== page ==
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Working Group 2

Characterization and Material Improvement
Material Charecterisation


Aims & Objectives


The actual strength of glass is several orders of magnitude lower than the molecular strength due to the stress raising surface flaws. The effects from stress corrosion caused by prolonged exposure of surface flaws to stress are relatively well understood.  Other important factors that affect the surface characteristics are however the subject of on-going research, namely: 
  • The extent to which inferior quality float glass affects structural performance. 
  • The effect of cutting technique and edge finish on the strength of annealed glass.
  • The variations in tempering pre-stress close to discontinuities of heat treated glass (such as edges and holes) and the variability in tempering pre-stress close from one heat treatment plant to another. 
  • The extent of surface damage accumulation caused by natural causes or from malicious attack and how these affect the long term strength of glass. 
  • The ability of surface coatings and other surface engineering techniques to reduce the incidence and growth of surface flaws and thereby increase the strength of glass. 
  • This fundamental characterisation research is essential for using glass efficiently. The work in this area draws on elastic fracture mechanics and on the latest developments in non-destructive surface characterisation techniques such as atomic force microscopy and strain polarimetery.
  • Other fields to be discussed within the group are the scratch resistance of glasses and coatings, the glass surface behavior and surface classification under different environmental conditions, building site conditions and long term weathering.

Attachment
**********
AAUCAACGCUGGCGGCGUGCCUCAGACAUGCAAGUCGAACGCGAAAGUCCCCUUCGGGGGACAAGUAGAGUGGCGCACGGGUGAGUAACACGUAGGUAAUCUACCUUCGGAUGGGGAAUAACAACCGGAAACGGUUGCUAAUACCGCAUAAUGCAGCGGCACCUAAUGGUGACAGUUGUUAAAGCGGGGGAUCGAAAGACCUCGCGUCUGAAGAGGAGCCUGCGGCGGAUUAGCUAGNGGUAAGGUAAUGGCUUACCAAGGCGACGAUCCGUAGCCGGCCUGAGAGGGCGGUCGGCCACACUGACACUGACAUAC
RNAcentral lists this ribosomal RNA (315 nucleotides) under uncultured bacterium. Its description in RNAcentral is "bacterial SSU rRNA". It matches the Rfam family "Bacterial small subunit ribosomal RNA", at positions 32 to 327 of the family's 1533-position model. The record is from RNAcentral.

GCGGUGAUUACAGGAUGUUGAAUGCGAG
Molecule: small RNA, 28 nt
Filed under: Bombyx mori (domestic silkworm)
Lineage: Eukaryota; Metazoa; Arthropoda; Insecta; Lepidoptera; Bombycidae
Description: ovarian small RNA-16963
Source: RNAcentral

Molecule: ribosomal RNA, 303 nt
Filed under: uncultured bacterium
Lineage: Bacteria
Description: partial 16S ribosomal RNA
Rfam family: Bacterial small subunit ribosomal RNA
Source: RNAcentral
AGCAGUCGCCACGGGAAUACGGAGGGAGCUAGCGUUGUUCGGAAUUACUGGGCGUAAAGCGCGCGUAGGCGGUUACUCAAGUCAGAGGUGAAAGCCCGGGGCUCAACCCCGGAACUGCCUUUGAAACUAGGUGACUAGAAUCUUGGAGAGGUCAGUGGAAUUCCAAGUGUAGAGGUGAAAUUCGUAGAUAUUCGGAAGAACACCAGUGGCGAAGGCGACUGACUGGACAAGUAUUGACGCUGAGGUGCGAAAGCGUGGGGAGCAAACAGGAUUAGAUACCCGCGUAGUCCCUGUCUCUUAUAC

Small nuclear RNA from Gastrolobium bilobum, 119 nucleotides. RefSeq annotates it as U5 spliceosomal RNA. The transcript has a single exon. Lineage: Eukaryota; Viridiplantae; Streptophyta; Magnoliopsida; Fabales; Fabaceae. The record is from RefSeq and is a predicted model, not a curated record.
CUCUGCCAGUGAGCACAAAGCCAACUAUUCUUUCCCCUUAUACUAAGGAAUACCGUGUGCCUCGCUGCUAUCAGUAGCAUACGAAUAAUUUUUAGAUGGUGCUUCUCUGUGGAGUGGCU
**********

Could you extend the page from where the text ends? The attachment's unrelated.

• Moreover, the material characterization and material improvement of glasses by lamination with different interlayer materials are within the focus. The goal within the working group is to discuss and develop experimental and numerical methods to classify the mechanical behavior of viscoelastic interlayer materials for the unbroken and the broken state of the glass. Here, an interaction  with WG1 and WG3 is required.

Task Groups

Within Working Group 2 different sub-themes are addressed and Task Groups have been formed accordingly, which are:

TG 4: Thermal tempering

TG Leader: Prof Reijo Karvinen

Title First Name  Last Name Organisation Country
Dr Fabrice Bernard INSA Rennes FR
Prof Reijo Karvinen Tampere University  FI 
Dr Jens Henrik  Neilsen  Technical University Denmark  DK 
Prof Jens  Schneider  Technical Universität Darmstadt  DE
Mr Marco Zaccaria University of Cambridge UK

TG 5: Glass strength and ageing of glass
Leader: Mr Marc Vandebroek, Ghent University, BE
Title First Name  Last Name Organisation Country
Prof           Ezio Cadoni University of Applied Sciences of Southern Switzerland CH
Mr Jonas Hilcken Technische Universität Darmstadt FI 
Mr Gergely  Molnár  Budapest University of Technology and Economics HU
Mr Sebastian  Schula  Technische Universität Darmstadt  DE            
MsCostanzaRonchetti Universitá degli studi Roma Tre IT
Prof.GinevraSalerno Universitá degli studi Roma Tre IT

TG 6: Interlayer Properties
Leader: Dr Gérard Savineau

Title First Name  Last Name Organisation Country
Ms Caroline Butchart University of Cambridge UK
Dr Dieter Callewaert Scheldebouw BE 
Mr Paulo   Carvalho  University of Minho  PT 
Mr Didier  Delincé Ghent University BE
Prof Gintaris  Kaklauskas  VGTU  LT 
Mr Heinz Pfefferkorn  GBD Engineers  AT 
Mr  Juozas  Ramanauskas  Kaunas University of Technology  LT 
Dr  Gérard Savineau Independent FR 
Mr Tomas Serafinavičius Vilnius Gediminas Technical University LT